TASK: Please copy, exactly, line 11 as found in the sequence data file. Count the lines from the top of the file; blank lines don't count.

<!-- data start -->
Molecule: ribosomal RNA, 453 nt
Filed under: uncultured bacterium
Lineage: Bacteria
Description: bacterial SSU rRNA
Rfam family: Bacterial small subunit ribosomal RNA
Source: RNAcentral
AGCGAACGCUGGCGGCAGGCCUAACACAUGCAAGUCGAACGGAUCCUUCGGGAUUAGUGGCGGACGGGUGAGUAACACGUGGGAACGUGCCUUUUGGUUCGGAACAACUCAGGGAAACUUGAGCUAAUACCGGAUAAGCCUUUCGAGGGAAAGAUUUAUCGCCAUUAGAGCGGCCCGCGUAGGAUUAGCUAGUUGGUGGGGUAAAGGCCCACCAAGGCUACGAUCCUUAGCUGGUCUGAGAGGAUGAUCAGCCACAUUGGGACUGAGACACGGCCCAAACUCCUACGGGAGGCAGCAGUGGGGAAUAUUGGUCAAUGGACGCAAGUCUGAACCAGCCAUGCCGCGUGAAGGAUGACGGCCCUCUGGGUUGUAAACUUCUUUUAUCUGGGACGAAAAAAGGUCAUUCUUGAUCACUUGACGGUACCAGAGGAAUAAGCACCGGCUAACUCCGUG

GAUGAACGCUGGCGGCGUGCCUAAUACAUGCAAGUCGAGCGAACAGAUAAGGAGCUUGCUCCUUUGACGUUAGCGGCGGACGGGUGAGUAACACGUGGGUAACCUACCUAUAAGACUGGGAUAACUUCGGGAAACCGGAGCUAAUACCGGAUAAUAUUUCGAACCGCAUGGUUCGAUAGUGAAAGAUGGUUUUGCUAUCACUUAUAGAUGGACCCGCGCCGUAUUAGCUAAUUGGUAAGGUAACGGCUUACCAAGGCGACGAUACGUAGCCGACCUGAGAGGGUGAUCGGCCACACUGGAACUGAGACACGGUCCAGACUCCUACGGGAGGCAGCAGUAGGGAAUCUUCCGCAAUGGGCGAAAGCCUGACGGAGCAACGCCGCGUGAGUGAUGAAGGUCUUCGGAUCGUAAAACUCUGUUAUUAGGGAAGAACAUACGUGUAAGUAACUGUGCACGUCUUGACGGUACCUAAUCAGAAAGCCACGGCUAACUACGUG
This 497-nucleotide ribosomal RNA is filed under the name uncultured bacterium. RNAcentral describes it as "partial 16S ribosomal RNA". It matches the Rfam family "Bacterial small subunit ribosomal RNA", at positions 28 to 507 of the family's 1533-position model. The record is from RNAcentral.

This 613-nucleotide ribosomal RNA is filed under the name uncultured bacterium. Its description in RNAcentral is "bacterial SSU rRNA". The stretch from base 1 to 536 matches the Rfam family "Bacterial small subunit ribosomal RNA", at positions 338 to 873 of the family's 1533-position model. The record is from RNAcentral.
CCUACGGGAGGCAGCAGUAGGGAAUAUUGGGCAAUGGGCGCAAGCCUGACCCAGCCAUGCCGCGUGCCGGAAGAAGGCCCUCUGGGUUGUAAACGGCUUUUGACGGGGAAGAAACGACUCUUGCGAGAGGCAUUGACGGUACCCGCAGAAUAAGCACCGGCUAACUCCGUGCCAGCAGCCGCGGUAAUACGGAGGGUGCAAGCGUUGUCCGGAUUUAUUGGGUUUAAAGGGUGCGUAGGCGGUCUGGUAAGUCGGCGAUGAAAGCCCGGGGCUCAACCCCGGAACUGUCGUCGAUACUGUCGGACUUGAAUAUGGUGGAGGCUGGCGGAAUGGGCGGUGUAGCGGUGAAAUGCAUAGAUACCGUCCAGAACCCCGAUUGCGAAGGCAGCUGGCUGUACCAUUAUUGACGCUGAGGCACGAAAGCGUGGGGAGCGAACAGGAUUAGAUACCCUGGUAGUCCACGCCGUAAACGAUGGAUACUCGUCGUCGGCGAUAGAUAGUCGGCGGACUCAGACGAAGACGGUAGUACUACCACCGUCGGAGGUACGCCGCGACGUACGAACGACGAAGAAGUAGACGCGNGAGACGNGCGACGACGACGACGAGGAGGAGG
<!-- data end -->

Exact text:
CCUACGGGAGGCAGCAGUAGGGAAUAUUGGGCAAUGGGCGCAAGCCUGACCCAGCCAUGCCGCGUGCCGGAAGAAGGCCCUCUGGGUUGUAAACGGCUUUUGACGGGGAAGAAACGACUCUUGCGAGAGGCAUUGACGGUACCCGCAGAAUAAGCACCGGCUAACUCCGUGCCAGCAGCCGCGGUAAUACGGAGGGUGCAAGCGUUGUCCGGAUUUAUUGGGUUUAAAGGGUGCGUAGGCGGUCUGGUAAGUCGGCGAUGAAAGCCCGGGGCUCAACCCCGGAACUGUCGUCGAUACUGUCGGACUUGAAUAUGGUGGAGGCUGGCGGAAUGGGCGGUGUAGCGGUGAAAUGCAUAGAUACCGUCCAGAACCCCGAUUGCGAAGGCAGCUGGCUGUACCAUUAUUGACGCUGAGGCACGAAAGCGUGGGGAGCGAACAGGAUUAGAUACCCUGGUAGUCCACGCCGUAAACGAUGGAUACUCGUCGUCGGCGAUAGAUAGUCGGCGGACUCAGACGAAGACGGUAGUACUACCACCGUCGGAGGUACGCCGCGACGUACGAACGACGAAGAAGUAGACGCGNGAGACGNGCGACGACGACGACGAGGAGGAGG